Gaza Wage War Partially Quelled

Civil servants paid, but military and security personnel still waits, in latest bid to dispel tensions in precarious 'unity government.'

Arutz Sheva Staff ,

Money at Gaza's 'Bank of Palestine'
Money at Gaza's 'Bank of Palestine'
Flash 90

Thousands of civil servants in Gaza queued outside post offices Wednesday, waiting to receive their first paycheck from the Palestinian Authority (PA)-Hamas "unity government" over four months after it was formally established, AFP correspondents said.

However, thousands more - all holding jobs in the military and security services - were not being paid and it was unclear if and when they would be.

In 2007, Hamas seized Gaza after deadly clashes with Fatah, the party of PA Chairman Mahmoud Abbas.

After the takeover, the PA ordered the civil servants to stop working, so Hamas hired more than 40,000 people to replace them in the ministries and the security forces.

It has been paying those workers ever since.

But after a reconciliation deal with Abbas that led to the formation in June of a national unity government, Hamas relinquished responsibility for paying salaries and demanded that the new government do so.

On Wednesday, UN trucks brought $30 million (24 million euros) in cash from Ramallah, the government's headquarters, into Gaza through an Israeli-controlled crossing.

Banks had refused to transfer the money directly, fearing sanctions for involvement in financing employees of Hamas, the Islamist terror movement blacklisted by the US and EU. 

Gaza justice ministry worker Hana al-Abssi told AFP the payment was "a positive step for all employees."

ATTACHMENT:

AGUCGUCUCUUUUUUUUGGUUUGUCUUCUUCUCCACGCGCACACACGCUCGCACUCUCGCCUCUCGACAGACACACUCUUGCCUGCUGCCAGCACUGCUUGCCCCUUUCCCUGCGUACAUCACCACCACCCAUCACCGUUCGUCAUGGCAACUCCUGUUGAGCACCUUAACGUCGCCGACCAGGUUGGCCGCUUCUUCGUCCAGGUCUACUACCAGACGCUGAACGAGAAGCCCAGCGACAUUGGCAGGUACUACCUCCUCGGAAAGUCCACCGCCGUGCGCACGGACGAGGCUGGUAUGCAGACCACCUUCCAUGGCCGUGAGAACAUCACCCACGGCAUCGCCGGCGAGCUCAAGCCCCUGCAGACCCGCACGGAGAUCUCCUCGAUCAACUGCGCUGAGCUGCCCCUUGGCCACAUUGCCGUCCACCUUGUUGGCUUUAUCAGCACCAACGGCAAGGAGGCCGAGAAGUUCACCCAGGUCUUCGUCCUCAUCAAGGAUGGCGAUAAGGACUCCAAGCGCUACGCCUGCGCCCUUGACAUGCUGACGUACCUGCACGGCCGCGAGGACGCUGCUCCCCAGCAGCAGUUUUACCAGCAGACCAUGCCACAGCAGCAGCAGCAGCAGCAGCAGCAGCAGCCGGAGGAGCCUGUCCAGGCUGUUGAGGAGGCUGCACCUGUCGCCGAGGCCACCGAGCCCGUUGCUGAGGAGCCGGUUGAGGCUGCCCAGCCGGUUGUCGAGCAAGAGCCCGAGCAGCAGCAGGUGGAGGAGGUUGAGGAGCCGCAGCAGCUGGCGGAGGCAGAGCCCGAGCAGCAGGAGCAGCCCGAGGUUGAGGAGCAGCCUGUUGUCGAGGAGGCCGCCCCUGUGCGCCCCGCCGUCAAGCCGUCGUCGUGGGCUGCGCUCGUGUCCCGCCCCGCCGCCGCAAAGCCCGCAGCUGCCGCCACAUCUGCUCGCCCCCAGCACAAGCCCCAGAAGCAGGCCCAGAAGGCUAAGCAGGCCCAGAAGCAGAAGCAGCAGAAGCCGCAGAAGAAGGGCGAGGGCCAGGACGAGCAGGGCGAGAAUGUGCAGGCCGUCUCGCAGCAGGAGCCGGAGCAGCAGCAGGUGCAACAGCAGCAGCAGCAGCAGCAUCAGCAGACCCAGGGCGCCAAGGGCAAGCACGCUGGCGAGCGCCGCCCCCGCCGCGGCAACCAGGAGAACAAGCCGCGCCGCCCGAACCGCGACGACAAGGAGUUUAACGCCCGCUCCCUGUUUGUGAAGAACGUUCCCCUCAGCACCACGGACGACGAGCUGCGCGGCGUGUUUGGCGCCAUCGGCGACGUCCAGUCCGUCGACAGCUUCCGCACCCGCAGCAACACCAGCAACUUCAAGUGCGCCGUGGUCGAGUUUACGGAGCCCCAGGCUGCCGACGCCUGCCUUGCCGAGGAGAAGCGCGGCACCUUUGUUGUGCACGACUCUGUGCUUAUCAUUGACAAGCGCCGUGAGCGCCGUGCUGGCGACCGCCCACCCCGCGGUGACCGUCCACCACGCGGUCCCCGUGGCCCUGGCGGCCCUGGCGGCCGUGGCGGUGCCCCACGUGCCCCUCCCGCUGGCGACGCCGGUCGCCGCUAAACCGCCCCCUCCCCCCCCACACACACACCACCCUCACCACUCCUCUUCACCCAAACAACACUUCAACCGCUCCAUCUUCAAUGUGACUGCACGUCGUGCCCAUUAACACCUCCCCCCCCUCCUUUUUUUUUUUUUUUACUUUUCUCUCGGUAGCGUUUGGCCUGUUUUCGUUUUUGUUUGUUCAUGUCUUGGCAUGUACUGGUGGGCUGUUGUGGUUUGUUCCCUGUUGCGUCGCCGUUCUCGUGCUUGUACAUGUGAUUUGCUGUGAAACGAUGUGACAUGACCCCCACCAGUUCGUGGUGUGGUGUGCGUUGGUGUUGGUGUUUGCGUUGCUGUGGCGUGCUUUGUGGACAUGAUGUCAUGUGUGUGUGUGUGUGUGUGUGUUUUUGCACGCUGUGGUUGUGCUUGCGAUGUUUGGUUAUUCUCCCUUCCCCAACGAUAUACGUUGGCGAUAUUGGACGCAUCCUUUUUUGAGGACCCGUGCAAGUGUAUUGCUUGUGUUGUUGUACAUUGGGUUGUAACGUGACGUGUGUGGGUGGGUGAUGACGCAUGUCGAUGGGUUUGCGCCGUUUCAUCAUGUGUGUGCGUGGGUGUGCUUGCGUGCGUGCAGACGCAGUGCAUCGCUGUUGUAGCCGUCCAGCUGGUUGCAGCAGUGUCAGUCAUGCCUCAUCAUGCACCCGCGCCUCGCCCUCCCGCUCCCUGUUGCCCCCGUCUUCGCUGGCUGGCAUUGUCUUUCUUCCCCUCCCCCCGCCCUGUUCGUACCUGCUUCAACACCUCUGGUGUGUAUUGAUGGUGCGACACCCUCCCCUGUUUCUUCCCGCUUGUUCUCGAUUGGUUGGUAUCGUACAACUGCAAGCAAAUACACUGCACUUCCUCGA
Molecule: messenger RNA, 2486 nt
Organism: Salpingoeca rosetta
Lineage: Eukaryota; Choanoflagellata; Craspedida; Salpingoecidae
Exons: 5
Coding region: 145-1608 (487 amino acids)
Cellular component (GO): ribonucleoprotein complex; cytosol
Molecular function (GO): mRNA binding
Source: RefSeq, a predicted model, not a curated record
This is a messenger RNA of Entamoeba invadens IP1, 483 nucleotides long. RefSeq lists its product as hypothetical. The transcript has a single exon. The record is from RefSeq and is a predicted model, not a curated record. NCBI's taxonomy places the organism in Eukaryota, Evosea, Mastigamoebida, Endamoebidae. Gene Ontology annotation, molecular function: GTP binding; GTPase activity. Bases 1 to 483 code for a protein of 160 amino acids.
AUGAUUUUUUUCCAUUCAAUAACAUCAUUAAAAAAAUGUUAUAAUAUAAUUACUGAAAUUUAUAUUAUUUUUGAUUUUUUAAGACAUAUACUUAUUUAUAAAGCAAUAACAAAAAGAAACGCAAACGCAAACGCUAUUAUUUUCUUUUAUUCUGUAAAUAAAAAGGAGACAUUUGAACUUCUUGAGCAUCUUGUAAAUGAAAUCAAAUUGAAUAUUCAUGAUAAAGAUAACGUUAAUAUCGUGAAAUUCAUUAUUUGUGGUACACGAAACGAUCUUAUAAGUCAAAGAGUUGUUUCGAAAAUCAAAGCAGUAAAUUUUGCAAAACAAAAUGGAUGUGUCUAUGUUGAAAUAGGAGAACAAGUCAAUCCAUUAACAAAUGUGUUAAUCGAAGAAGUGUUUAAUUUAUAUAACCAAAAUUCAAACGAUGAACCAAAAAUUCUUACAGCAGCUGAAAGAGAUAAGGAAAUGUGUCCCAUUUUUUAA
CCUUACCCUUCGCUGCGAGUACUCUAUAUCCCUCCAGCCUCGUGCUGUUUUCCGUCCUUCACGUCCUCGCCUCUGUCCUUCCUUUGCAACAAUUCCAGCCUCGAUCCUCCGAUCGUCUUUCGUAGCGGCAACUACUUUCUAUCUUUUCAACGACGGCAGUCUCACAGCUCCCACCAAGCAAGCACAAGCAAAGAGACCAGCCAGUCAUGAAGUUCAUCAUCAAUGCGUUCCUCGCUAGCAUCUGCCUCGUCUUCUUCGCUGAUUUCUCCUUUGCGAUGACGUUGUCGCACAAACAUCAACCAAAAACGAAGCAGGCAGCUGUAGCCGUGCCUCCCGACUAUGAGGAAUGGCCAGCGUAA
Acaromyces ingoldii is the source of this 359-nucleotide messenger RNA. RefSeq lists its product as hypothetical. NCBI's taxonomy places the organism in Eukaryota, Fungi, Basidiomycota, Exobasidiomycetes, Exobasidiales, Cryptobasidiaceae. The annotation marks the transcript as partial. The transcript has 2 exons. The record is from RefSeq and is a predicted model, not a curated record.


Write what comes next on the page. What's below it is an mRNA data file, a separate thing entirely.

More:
Umm Yusef Saleh, another worker, had been queuing up since the morning.

"It's been months that we haven't been paid. I waited here from 7:00 am to receive my salary. I have debts to pay as well as school transport for my children," she said.

Gaza's 24,000 civil servants received wages of $1,200 on Wednesday, but the remaining approximately 16,000 military and security personnel were not paid.

The Palestinian Authority, which the PLO dominates, initially refused to pay the workers in June because they were appointed after Hamas took over Gaza, and therefore were not registered as its employees.

The wage dispute has been one of the many sticking points in the so-called "unity pact," with the money issue not only causing discord between the two parties but also sparking outrage among ordinary Gazans. 

Tensions in the wage war began with the PA-Hamas unity deal in April, after which Hamas's 40,000 employees in Gaza still were not paid backlogged wages by the new unity government even as the PA's 70,000 employees in Gaza continue to be paid.

The rage boiled over into violence, with Hamas eventually shutting down all the banks in Gaza for roughly a week, until in June a financial bail-out from Qatar temporarily stemmed the crisis; however, Hamas's launching a terror war on Israel early in July apparently put off the salary payments even further.